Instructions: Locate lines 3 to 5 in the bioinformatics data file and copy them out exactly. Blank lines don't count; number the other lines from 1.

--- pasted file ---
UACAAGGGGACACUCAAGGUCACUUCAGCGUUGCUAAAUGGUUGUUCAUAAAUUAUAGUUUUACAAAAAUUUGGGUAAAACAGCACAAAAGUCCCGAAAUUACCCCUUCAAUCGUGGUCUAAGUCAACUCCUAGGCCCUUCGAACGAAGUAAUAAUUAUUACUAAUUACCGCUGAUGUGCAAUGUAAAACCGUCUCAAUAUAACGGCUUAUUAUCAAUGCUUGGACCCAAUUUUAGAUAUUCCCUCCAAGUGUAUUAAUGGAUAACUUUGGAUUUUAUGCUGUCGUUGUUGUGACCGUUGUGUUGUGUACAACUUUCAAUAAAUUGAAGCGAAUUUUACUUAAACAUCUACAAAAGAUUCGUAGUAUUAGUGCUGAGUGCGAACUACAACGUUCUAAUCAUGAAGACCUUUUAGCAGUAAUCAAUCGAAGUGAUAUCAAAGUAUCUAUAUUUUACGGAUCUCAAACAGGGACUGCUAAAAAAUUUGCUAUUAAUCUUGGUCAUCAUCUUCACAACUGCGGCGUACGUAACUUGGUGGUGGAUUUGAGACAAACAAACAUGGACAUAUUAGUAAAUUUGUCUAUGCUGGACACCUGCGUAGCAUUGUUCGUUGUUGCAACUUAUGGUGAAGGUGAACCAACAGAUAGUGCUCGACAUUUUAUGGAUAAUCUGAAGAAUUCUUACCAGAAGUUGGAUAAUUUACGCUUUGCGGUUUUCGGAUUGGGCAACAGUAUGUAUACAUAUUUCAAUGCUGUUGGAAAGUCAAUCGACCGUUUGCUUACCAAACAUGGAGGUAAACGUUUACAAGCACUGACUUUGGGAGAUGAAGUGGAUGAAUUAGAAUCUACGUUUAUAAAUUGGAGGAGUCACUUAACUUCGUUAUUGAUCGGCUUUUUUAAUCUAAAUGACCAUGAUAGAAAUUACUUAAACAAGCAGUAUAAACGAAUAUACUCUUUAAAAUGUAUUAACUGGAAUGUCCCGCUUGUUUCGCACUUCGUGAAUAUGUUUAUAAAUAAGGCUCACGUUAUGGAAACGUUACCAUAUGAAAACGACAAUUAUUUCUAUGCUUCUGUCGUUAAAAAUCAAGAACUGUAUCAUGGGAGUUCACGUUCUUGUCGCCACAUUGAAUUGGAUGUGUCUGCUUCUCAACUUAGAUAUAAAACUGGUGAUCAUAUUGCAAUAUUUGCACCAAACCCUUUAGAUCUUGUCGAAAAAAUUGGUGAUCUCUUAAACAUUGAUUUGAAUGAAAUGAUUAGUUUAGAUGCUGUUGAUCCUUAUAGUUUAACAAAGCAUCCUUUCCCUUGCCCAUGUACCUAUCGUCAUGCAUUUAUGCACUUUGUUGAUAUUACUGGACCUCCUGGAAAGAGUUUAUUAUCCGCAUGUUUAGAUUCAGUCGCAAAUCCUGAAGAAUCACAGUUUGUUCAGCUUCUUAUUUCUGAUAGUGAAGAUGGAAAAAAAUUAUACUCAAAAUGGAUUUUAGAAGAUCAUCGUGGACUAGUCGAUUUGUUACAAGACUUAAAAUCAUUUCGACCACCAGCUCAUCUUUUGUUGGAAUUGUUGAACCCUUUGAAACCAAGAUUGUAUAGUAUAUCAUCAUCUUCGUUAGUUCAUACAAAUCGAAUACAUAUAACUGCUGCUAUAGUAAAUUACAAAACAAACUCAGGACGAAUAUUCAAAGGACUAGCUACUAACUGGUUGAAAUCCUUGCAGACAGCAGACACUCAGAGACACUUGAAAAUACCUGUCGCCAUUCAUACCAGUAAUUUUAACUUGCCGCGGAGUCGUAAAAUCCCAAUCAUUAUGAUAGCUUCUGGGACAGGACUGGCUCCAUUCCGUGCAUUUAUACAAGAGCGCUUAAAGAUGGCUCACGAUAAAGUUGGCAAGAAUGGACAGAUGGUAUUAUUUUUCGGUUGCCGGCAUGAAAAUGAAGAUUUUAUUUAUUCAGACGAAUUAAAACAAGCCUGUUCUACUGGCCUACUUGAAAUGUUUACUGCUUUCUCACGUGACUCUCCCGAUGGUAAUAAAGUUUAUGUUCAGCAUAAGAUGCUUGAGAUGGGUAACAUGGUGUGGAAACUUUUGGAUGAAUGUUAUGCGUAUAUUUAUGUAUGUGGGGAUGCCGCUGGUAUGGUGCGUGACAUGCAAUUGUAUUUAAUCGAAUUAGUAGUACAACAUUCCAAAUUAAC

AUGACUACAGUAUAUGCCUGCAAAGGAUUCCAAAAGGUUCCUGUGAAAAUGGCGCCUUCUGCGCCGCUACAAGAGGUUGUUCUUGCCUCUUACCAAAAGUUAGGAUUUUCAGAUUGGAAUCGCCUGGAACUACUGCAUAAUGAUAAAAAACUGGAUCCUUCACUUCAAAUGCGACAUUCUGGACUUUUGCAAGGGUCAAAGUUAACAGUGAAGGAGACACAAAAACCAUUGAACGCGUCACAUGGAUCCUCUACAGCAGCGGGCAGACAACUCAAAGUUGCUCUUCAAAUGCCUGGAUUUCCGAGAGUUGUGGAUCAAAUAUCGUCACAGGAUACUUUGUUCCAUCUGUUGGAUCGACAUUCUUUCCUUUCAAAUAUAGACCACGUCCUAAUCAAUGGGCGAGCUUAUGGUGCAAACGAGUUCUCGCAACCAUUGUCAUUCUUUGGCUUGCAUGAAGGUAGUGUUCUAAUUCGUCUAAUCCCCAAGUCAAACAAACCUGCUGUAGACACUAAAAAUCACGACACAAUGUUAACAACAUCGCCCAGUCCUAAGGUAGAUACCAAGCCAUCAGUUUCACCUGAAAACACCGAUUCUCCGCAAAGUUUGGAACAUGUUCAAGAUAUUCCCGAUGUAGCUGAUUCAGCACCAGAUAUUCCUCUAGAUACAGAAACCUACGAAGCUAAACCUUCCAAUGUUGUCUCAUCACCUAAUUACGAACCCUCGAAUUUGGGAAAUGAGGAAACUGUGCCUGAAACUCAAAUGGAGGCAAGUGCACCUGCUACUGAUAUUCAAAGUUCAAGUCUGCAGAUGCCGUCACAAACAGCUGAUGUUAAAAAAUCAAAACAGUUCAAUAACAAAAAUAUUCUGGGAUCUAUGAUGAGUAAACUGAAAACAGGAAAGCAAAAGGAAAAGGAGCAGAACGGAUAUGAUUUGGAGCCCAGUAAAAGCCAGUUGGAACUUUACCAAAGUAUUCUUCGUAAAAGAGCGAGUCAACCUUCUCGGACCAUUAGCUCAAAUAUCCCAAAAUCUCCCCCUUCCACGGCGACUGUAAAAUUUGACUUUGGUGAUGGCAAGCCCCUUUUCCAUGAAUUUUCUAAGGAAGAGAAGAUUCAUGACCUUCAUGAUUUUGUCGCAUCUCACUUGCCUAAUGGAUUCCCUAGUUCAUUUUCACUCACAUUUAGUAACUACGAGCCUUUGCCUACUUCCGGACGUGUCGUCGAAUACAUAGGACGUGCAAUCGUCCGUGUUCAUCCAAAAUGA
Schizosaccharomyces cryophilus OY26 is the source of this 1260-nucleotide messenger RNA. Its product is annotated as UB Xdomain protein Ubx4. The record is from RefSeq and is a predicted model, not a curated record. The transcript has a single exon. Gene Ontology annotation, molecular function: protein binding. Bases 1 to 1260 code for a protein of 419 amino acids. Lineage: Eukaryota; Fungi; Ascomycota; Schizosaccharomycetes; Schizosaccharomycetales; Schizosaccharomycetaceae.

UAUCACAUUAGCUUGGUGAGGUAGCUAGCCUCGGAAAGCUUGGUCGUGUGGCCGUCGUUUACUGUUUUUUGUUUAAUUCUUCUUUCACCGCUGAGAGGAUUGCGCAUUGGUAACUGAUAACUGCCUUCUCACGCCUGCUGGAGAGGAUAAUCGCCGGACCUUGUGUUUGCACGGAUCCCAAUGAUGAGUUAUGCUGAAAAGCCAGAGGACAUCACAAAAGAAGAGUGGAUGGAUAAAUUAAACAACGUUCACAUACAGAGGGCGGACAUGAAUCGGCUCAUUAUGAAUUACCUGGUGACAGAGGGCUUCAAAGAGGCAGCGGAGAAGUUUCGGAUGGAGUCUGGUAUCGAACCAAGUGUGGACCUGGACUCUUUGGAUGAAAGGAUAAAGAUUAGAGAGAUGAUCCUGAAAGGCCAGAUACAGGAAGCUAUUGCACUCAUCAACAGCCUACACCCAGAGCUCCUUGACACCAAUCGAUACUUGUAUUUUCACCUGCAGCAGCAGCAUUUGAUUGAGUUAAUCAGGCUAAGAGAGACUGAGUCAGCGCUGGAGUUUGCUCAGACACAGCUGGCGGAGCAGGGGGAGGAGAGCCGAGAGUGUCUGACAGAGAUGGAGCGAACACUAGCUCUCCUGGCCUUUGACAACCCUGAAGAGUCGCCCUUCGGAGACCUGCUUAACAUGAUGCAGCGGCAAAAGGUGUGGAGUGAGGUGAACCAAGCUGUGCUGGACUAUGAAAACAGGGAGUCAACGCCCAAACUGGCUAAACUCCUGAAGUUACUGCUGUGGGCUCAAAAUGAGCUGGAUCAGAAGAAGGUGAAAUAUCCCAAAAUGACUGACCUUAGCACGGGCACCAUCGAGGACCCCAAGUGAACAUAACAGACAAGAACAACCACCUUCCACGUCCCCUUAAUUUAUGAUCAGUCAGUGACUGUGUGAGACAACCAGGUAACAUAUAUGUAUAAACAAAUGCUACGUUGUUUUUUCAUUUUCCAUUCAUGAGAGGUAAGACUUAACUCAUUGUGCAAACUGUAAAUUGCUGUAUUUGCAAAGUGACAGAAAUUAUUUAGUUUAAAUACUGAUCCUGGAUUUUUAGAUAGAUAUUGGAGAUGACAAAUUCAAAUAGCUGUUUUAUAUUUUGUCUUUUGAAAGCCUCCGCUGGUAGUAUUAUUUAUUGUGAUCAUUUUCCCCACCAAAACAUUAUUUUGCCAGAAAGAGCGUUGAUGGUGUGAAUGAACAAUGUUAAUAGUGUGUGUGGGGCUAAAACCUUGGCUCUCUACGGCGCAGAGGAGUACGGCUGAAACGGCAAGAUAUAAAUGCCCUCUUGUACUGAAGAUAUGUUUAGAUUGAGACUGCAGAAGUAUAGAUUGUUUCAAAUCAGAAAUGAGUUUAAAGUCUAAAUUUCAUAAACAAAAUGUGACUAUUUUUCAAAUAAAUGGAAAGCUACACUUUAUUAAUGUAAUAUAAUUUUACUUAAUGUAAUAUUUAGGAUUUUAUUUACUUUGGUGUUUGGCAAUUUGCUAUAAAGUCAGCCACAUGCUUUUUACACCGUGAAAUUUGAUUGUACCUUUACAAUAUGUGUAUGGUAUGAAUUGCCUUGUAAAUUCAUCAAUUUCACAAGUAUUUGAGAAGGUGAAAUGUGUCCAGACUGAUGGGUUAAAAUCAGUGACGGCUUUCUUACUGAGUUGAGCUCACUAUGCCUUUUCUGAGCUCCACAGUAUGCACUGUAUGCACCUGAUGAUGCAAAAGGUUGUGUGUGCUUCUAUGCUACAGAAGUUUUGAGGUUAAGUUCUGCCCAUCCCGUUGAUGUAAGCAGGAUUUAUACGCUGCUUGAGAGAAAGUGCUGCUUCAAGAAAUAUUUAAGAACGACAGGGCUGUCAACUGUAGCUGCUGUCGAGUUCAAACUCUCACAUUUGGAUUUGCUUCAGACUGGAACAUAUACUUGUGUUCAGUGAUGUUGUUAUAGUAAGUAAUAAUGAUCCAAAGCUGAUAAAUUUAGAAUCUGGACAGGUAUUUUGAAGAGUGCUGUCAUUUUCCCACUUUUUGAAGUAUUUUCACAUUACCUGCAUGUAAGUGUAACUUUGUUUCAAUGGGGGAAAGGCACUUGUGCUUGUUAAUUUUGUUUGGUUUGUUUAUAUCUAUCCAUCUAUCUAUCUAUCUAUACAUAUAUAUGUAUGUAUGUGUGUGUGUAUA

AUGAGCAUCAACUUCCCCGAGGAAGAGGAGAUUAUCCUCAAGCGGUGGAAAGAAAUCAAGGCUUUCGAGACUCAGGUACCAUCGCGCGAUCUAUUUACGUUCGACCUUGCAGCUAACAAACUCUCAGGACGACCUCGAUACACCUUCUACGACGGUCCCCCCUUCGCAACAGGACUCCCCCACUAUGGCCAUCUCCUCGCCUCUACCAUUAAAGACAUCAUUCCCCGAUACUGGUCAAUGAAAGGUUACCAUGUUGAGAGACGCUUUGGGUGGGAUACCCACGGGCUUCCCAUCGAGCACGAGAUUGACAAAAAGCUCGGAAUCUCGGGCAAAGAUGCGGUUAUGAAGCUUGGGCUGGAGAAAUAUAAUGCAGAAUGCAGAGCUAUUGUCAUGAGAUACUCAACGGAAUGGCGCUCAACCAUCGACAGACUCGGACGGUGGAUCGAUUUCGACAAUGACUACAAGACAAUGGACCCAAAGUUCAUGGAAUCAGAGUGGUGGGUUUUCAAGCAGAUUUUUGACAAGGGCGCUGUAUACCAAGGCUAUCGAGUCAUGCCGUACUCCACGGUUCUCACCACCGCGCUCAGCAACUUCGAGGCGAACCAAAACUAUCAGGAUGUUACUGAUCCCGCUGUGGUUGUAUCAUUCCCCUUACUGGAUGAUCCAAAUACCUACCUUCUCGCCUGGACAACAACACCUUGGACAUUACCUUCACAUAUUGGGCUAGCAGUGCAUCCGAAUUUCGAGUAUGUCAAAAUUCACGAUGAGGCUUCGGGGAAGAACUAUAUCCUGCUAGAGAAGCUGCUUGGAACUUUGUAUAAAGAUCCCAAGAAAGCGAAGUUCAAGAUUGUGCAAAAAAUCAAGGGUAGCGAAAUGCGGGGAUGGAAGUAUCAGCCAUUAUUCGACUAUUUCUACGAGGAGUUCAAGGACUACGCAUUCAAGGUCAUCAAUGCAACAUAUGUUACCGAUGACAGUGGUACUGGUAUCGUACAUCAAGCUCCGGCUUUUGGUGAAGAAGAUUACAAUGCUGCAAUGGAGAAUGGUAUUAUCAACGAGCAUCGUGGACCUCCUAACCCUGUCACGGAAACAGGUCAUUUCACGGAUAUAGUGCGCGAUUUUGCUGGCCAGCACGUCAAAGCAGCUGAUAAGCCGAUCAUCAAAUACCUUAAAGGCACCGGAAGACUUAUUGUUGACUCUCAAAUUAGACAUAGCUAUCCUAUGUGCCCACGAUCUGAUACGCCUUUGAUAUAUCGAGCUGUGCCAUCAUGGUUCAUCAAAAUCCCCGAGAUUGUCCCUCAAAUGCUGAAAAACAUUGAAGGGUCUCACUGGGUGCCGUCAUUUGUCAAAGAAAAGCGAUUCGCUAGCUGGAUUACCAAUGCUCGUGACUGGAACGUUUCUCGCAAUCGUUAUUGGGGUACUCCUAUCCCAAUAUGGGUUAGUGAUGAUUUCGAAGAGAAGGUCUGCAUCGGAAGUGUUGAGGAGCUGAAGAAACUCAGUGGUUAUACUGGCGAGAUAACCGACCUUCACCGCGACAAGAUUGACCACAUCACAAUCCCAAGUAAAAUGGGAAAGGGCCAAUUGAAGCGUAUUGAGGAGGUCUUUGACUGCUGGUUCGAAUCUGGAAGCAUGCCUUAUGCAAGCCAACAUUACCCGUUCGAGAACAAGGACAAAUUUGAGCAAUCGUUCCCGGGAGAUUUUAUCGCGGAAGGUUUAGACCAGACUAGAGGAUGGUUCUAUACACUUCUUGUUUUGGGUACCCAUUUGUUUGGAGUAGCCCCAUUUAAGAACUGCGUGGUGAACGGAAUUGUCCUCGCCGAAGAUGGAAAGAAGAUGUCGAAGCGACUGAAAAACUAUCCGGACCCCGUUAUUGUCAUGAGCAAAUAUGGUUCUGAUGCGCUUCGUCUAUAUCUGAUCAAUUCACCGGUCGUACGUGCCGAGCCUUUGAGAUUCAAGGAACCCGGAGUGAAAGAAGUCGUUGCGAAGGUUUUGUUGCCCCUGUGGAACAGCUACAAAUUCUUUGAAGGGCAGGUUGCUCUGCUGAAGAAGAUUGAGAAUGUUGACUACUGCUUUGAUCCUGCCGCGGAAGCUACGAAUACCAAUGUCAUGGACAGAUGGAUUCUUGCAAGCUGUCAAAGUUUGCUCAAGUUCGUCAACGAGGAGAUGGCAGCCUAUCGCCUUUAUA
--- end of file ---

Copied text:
Schizosaccharomyces cryophilus OY26 is the source of this 1260-nucleotide messenger RNA. Its product is annotated as UB Xdomain protein Ubx4. The record is from RefSeq and is a predicted model, not a curated record. The transcript has a single exon. Gene Ontology annotation, molecular function: protein binding. Bases 1 to 1260 code for a protein of 419 amino acids. Lineage: Eukaryota; Fungi; Ascomycota; Schizosaccharomycetes; Schizosaccharomycetales; Schizosaccharomycetaceae.

UAUCACAUUAGCUUGGUGAGGUAGCUAGCCUCGGAAAGCUUGGUCGUGUGGCCGUCGUUUACUGUUUUUUGUUUAAUUCUUCUUUCACCGCUGAGAGGAUUGCGCAUUGGUAACUGAUAACUGCCUUCUCACGCCUGCUGGAGAGGAUAAUCGCCGGACCUUGUGUUUGCACGGAUCCCAAUGAUGAGUUAUGCUGAAAAGCCAGAGGACAUCACAAAAGAAGAGUGGAUGGAUAAAUUAAACAACGUUCACAUACAGAGGGCGGACAUGAAUCGGCUCAUUAUGAAUUACCUGGUGACAGAGGGCUUCAAAGAGGCAGCGGAGAAGUUUCGGAUGGAGUCUGGUAUCGAACCAAGUGUGGACCUGGACUCUUUGGAUGAAAGGAUAAAGAUUAGAGAGAUGAUCCUGAAAGGCCAGAUACAGGAAGCUAUUGCACUCAUCAACAGCCUACACCCAGAGCUCCUUGACACCAAUCGAUACUUGUAUUUUCACCUGCAGCAGCAGCAUUUGAUUGAGUUAAUCAGGCUAAGAGAGACUGAGUCAGCGCUGGAGUUUGCUCAGACACAGCUGGCGGAGCAGGGGGAGGAGAGCCGAGAGUGUCUGACAGAGAUGGAGCGAACACUAGCUCUCCUGGCCUUUGACAACCCUGAAGAGUCGCCCUUCGGAGACCUGCUUAACAUGAUGCAGCGGCAAAAGGUGUGGAGUGAGGUGAACCAAGCUGUGCUGGACUAUGAAAACAGGGAGUCAACGCCCAAACUGGCUAAACUCCUGAAGUUACUGCUGUGGGCUCAAAAUGAGCUGGAUCAGAAGAAGGUGAAAUAUCCCAAAAUGACUGACCUUAGCACGGGCACCAUCGAGGACCCCAAGUGAACAUAACAGACAAGAACAACCACCUUCCACGUCCCCUUAAUUUAUGAUCAGUCAGUGACUGUGUGAGACAACCAGGUAACAUAUAUGUAUAAACAAAUGCUACGUUGUUUUUUCAUUUUCCAUUCAUGAGAGGUAAGACUUAACUCAUUGUGCAAACUGUAAAUUGCUGUAUUUGCAAAGUGACAGAAAUUAUUUAGUUUAAAUACUGAUCCUGGAUUUUUAGAUAGAUAUUGGAGAUGACAAAUUCAAAUAGCUGUUUUAUAUUUUGUCUUUUGAAAGCCUCCGCUGGUAGUAUUAUUUAUUGUGAUCAUUUUCCCCACCAAAACAUUAUUUUGCCAGAAAGAGCGUUGAUGGUGUGAAUGAACAAUGUUAAUAGUGUGUGUGGGGCUAAAACCUUGGCUCUCUACGGCGCAGAGGAGUACGGCUGAAACGGCAAGAUAUAAAUGCCCUCUUGUACUGAAGAUAUGUUUAGAUUGAGACUGCAGAAGUAUAGAUUGUUUCAAAUCAGAAAUGAGUUUAAAGUCUAAAUUUCAUAAACAAAAUGUGACUAUUUUUCAAAUAAAUGGAAAGCUACACUUUAUUAAUGUAAUAUAAUUUUACUUAAUGUAAUAUUUAGGAUUUUAUUUACUUUGGUGUUUGGCAAUUUGCUAUAAAGUCAGCCACAUGCUUUUUACACCGUGAAAUUUGAUUGUACCUUUACAAUAUGUGUAUGGUAUGAAUUGCCUUGUAAAUUCAUCAAUUUCACAAGUAUUUGAGAAGGUGAAAUGUGUCCAGACUGAUGGGUUAAAAUCAGUGACGGCUUUCUUACUGAGUUGAGCUCACUAUGCCUUUUCUGAGCUCCACAGUAUGCACUGUAUGCACCUGAUGAUGCAAAAGGUUGUGUGUGCUUCUAUGCUACAGAAGUUUUGAGGUUAAGUUCUGCCCAUCCCGUUGAUGUAAGCAGGAUUUAUACGCUGCUUGAGAGAAAGUGCUGCUUCAAGAAAUAUUUAAGAACGACAGGGCUGUCAACUGUAGCUGCUGUCGAGUUCAAACUCUCACAUUUGGAUUUGCUUCAGACUGGAACAUAUACUUGUGUUCAGUGAUGUUGUUAUAGUAAGUAAUAAUGAUCCAAAGCUGAUAAAUUUAGAAUCUGGACAGGUAUUUUGAAGAGUGCUGUCAUUUUCCCACUUUUUGAAGUAUUUUCACAUUACCUGCAUGUAAGUGUAACUUUGUUUCAAUGGGGGAAAGGCACUUGUGCUUGUUAAUUUUGUUUGGUUUGUUUAUAUCUAUCCAUCUAUCUAUCUAUCUAUACAUAUAUAUGUAUGUAUGUGUGUGUGUAUA

AUGAGCAUCAACUUCCCCGAGGAAGAGGAGAUUAUCCUCAAGCGGUGGAAAGAAAUCAAGGCUUUCGAGACUCAGGUACCAUCGCGCGAUCUAUUUACGUUCGACCUUGCAGCUAACAAACUCUCAGGACGACCUCGAUACACCUUCUACGACGGUCCCCCCUUCGCAACAGGACUCCCCCACUAUGGCCAUCUCCUCGCCUCUACCAUUAAAGACAUCAUUCCCCGAUACUGGUCAAUGAAAGGUUACCAUGUUGAGAGACGCUUUGGGUGGGAUACCCACGGGCUUCCCAUCGAGCACGAGAUUGACAAAAAGCUCGGAAUCUCGGGCAAAGAUGCGGUUAUGAAGCUUGGGCUGGAGAAAUAUAAUGCAGAAUGCAGAGCUAUUGUCAUGAGAUACUCAACGGAAUGGCGCUCAACCAUCGACAGACUCGGACGGUGGAUCGAUUUCGACAAUGACUACAAGACAAUGGACCCAAAGUUCAUGGAAUCAGAGUGGUGGGUUUUCAAGCAGAUUUUUGACAAGGGCGCUGUAUACCAAGGCUAUCGAGUCAUGCCGUACUCCACGGUUCUCACCACCGCGCUCAGCAACUUCGAGGCGAACCAAAACUAUCAGGAUGUUACUGAUCCCGCUGUGGUUGUAUCAUUCCCCUUACUGGAUGAUCCAAAUACCUACCUUCUCGCCUGGACAACAACACCUUGGACAUUACCUUCACAUAUUGGGCUAGCAGUGCAUCCGAAUUUCGAGUAUGUCAAAAUUCACGAUGAGGCUUCGGGGAAGAACUAUAUCCUGCUAGAGAAGCUGCUUGGAACUUUGUAUAAAGAUCCCAAGAAAGCGAAGUUCAAGAUUGUGCAAAAAAUCAAGGGUAGCGAAAUGCGGGGAUGGAAGUAUCAGCCAUUAUUCGACUAUUUCUACGAGGAGUUCAAGGACUACGCAUUCAAGGUCAUCAAUGCAACAUAUGUUACCGAUGACAGUGGUACUGGUAUCGUACAUCAAGCUCCGGCUUUUGGUGAAGAAGAUUACAAUGCUGCAAUGGAGAAUGGUAUUAUCAACGAGCAUCGUGGACCUCCUAACCCUGUCACGGAAACAGGUCAUUUCACGGAUAUAGUGCGCGAUUUUGCUGGCCAGCACGUCAAAGCAGCUGAUAAGCCGAUCAUCAAAUACCUUAAAGGCACCGGAAGACUUAUUGUUGACUCUCAAAUUAGACAUAGCUAUCCUAUGUGCCCACGAUCUGAUACGCCUUUGAUAUAUCGAGCUGUGCCAUCAUGGUUCAUCAAAAUCCCCGAGAUUGUCCCUCAAAUGCUGAAAAACAUUGAAGGGUCUCACUGGGUGCCGUCAUUUGUCAAAGAAAAGCGAUUCGCUAGCUGGAUUACCAAUGCUCGUGACUGGAACGUUUCUCGCAAUCGUUAUUGGGGUACUCCUAUCCCAAUAUGGGUUAGUGAUGAUUUCGAAGAGAAGGUCUGCAUCGGAAGUGUUGAGGAGCUGAAGAAACUCAGUGGUUAUACUGGCGAGAUAACCGACCUUCACCGCGACAAGAUUGACCACAUCACAAUCCCAAGUAAAAUGGGAAAGGGCCAAUUGAAGCGUAUUGAGGAGGUCUUUGACUGCUGGUUCGAAUCUGGAAGCAUGCCUUAUGCAAGCCAACAUUACCCGUUCGAGAACAAGGACAAAUUUGAGCAAUCGUUCCCGGGAGAUUUUAUCGCGGAAGGUUUAGACCAGACUAGAGGAUGGUUCUAUACACUUCUUGUUUUGGGUACCCAUUUGUUUGGAGUAGCCCCAUUUAAGAACUGCGUGGUGAACGGAAUUGUCCUCGCCGAAGAUGGAAAGAAGAUGUCGAAGCGACUGAAAAACUAUCCGGACCCCGUUAUUGUCAUGAGCAAAUAUGGUUCUGAUGCGCUUCGUCUAUAUCUGAUCAAUUCACCGGUCGUACGUGCCGAGCCUUUGAGAUUCAAGGAACCCGGAGUGAAAGAAGUCGUUGCGAAGGUUUUGUUGCCCCUGUGGAACAGCUACAAAUUCUUUGAAGGGCAGGUUGCUCUGCUGAAGAAGAUUGAGAAUGUUGACUACUGCUUUGAUCCUGCCGCGGAAGCUACGAAUACCAAUGUCAUGGACAGAUGGAUUCUUGCAAGCUGUCAAAGUUUGCUCAAGUUCGUCAACGAGGAGAUGGCAGCCUAUCGCCUUUAUA